Why is it important for the reader to accept Nick's statement, "I am one of the few honest people that I have ever known."?

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We need to be able to trust Nick because he is the narrator of the story. Although he potentially could be an unreliable narrator, he provides us with a description of the action and the characters' behavior that does not give us much reason to question his account. We are being introduced to a strange, exotic world here, one of opulent wealth and glamor. At times, it can seem almost like a fairy-tale world. In fact, the picture of the American Dream that The Great Gatsby presents is precisely that for many in the story. Indeed, most of the characters in the book are, to some extent, delusional. We need a clear-headed, truthful guide to take us on a tour of this crazy world, in which nothing is as it first appears. It is absolutely essential that if we are going to understand this world and the people who live in it, we need to be able to accept the truth of whatever it is that Nick is telling us. He is our way into the rarefied world of West Egg and East Egg; he is an outsider, just like most of the book's readers. If Nick can give us a truthful account of what he sees, then we can gain a much better understanding of what happens in the story, making us more deeply engaged with the characters and their situations.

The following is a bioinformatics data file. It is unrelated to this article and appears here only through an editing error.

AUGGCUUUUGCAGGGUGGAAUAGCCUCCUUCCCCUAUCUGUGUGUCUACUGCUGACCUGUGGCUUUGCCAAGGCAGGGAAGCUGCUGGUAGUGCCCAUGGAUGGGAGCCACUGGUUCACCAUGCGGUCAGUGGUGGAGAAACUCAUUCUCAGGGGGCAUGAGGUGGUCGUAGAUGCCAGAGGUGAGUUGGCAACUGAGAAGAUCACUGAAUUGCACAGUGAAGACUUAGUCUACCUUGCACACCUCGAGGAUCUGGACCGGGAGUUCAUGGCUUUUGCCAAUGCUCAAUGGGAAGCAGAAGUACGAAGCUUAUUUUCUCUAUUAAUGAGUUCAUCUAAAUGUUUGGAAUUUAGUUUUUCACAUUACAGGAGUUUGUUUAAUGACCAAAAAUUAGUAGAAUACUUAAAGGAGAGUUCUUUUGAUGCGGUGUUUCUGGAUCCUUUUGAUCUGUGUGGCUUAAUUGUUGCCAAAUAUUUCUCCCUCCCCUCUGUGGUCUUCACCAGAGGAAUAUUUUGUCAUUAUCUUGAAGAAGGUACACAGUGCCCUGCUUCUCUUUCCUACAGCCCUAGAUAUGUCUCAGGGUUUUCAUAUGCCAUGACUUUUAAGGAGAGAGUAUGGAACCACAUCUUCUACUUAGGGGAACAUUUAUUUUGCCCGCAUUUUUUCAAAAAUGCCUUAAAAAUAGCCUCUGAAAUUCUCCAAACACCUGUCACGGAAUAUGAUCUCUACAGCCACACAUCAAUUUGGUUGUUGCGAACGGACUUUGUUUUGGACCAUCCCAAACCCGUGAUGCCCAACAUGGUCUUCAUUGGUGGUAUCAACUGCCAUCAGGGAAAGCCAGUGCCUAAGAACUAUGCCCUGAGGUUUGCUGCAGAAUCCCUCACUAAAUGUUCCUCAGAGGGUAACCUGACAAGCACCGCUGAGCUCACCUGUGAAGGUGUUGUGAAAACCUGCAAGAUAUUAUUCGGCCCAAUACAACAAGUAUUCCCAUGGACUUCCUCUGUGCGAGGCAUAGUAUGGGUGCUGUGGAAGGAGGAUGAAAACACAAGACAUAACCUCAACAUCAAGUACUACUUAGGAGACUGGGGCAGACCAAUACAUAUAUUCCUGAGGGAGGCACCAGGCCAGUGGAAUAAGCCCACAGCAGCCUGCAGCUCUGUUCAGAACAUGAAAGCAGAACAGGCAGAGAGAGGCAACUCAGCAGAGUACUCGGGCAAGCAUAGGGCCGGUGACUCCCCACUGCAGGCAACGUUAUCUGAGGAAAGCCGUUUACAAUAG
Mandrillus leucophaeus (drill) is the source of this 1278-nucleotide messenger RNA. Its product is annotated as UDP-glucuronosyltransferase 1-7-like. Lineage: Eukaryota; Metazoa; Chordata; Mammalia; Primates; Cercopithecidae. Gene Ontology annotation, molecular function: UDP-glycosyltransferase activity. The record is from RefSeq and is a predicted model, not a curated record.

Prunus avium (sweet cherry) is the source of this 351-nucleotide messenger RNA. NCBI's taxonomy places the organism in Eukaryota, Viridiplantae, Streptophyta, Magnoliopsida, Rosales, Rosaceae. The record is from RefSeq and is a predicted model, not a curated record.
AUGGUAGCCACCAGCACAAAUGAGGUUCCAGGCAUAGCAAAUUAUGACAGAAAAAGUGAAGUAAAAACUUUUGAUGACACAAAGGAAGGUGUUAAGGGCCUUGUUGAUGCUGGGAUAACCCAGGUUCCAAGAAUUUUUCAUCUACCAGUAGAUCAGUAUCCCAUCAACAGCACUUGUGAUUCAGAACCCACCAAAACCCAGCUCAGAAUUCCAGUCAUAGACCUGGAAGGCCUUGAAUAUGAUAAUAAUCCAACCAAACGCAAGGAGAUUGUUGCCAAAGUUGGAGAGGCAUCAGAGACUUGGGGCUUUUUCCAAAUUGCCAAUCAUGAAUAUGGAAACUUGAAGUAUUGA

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The entire story of The Great Gatsby is told from the point of view of Nick Carraway. This means that all the actions, reactions, and consequences are described from his perspective. If the reader can not trust Nick's commentary or does not believe his version of the events that took place, then the reader is left with only a fictional account of the extravagant and wasteful lifestyles and relationships of a small group of self-absorbed individuals.

However, Nick goes to great lengths to establish that he is not a judgmental person, commenting that "Reserving judgments is a matter of infinite hope." Because Nick convinces the reader that he isn't judging the people he is telling about and because the reader accepts Nick's honesty in telling the story, the reader can be reassured that his/her impressions of the characters are valid. Based on Nick's truthfulness, readers can believe that the motivations and relationships portrayed in the book are real, and can identify with them in confidence that they are not being as foolish or self-deluding as the characters sometimes are.

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